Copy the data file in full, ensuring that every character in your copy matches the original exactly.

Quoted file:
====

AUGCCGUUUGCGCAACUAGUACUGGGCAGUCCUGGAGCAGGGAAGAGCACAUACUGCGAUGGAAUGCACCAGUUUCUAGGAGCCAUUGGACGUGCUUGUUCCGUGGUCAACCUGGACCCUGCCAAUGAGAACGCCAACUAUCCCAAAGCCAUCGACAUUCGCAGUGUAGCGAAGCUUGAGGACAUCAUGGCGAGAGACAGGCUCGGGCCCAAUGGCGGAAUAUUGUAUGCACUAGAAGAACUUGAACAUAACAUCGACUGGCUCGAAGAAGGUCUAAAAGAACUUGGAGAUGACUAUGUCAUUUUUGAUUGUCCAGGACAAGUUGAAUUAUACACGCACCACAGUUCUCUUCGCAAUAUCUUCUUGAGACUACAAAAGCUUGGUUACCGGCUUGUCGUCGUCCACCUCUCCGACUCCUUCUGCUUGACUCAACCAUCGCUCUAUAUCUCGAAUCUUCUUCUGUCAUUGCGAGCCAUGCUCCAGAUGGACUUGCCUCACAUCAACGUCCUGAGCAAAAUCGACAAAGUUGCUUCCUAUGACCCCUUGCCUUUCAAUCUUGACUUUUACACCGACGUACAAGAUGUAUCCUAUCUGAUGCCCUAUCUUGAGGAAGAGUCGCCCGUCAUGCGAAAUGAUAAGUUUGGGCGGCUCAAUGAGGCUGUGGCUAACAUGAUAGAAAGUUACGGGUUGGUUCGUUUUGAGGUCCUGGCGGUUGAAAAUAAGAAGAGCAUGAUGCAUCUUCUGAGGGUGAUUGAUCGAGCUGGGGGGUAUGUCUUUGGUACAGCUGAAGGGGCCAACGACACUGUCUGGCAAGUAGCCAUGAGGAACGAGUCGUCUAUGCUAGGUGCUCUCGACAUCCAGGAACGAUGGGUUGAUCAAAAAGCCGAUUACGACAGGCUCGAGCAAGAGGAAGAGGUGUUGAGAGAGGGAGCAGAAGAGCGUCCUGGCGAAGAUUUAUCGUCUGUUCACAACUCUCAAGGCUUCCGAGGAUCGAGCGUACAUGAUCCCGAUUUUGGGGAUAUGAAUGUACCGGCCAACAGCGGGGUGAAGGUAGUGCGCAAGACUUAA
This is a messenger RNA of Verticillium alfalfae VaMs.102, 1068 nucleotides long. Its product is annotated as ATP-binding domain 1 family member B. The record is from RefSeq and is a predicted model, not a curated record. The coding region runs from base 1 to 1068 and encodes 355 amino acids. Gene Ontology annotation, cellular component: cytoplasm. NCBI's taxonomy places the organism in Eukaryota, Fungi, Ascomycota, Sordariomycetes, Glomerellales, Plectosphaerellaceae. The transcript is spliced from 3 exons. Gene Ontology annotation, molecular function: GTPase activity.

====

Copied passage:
AUGCCGUUUGCGCAACUAGUACUGGGCAGUCCUGGAGCAGGGAAGAGCACAUACUGCGAUGGAAUGCACCAGUUUCUAGGAGCCAUUGGACGUGCUUGUUCCGUGGUCAACCUGGACCCUGCCAAUGAGAACGCCAACUAUCCCAAAGCCAUCGACAUUCGCAGUGUAGCGAAGCUUGAGGACAUCAUGGCGAGAGACAGGCUCGGGCCCAAUGGCGGAAUAUUGUAUGCACUAGAAGAACUUGAACAUAACAUCGACUGGCUCGAAGAAGGUCUAAAAGAACUUGGAGAUGACUAUGUCAUUUUUGAUUGUCCAGGACAAGUUGAAUUAUACACGCACCACAGUUCUCUUCGCAAUAUCUUCUUGAGACUACAAAAGCUUGGUUACCGGCUUGUCGUCGUCCACCUCUCCGACUCCUUCUGCUUGACUCAACCAUCGCUCUAUAUCUCGAAUCUUCUUCUGUCAUUGCGAGCCAUGCUCCAGAUGGACUUGCCUCACAUCAACGUCCUGAGCAAAAUCGACAAAGUUGCUUCCUAUGACCCCUUGCCUUUCAAUCUUGACUUUUACACCGACGUACAAGAUGUAUCCUAUCUGAUGCCCUAUCUUGAGGAAGAGUCGCCCGUCAUGCGAAAUGAUAAGUUUGGGCGGCUCAAUGAGGCUGUGGCUAACAUGAUAGAAAGUUACGGGUUGGUUCGUUUUGAGGUCCUGGCGGUUGAAAAUAAGAAGAGCAUGAUGCAUCUUCUGAGGGUGAUUGAUCGAGCUGGGGGGUAUGUCUUUGGUACAGCUGAAGGGGCCAACGACACUGUCUGGCAAGUAGCCAUGAGGAACGAGUCGUCUAUGCUAGGUGCUCUCGACAUCCAGGAACGAUGGGUUGAUCAAAAAGCCGAUUACGACAGGCUCGAGCAAGAGGAAGAGGUGUUGAGAGAGGGAGCAGAAGAGCGUCCUGGCGAAGAUUUAUCGUCUGUUCACAACUCUCAAGGCUUCCGAGGAUCGAGCGUACAUGAUCCCGAUUUUGGGGAUAUGAAUGUACCGGCCAACAGCGGGGUGAAGGUAGUGCGCAAGACUUAA
This is a messenger RNA of Verticillium alfalfae VaMs.102, 1068 nucleotides long. Its product is annotated as ATP-binding domain 1 family member B. The record is from RefSeq and is a predicted model, not a curated record. The coding region runs from base 1 to 1068 and encodes 355 amino acids. Gene Ontology annotation, cellular component: cytoplasm. NCBI's taxonomy places the organism in Eukaryota, Fungi, Ascomycota, Sordariomycetes, Glomerellales, Plectosphaerellaceae. The transcript is spliced from 3 exons. Gene Ontology annotation, molecular function: GTPase activity.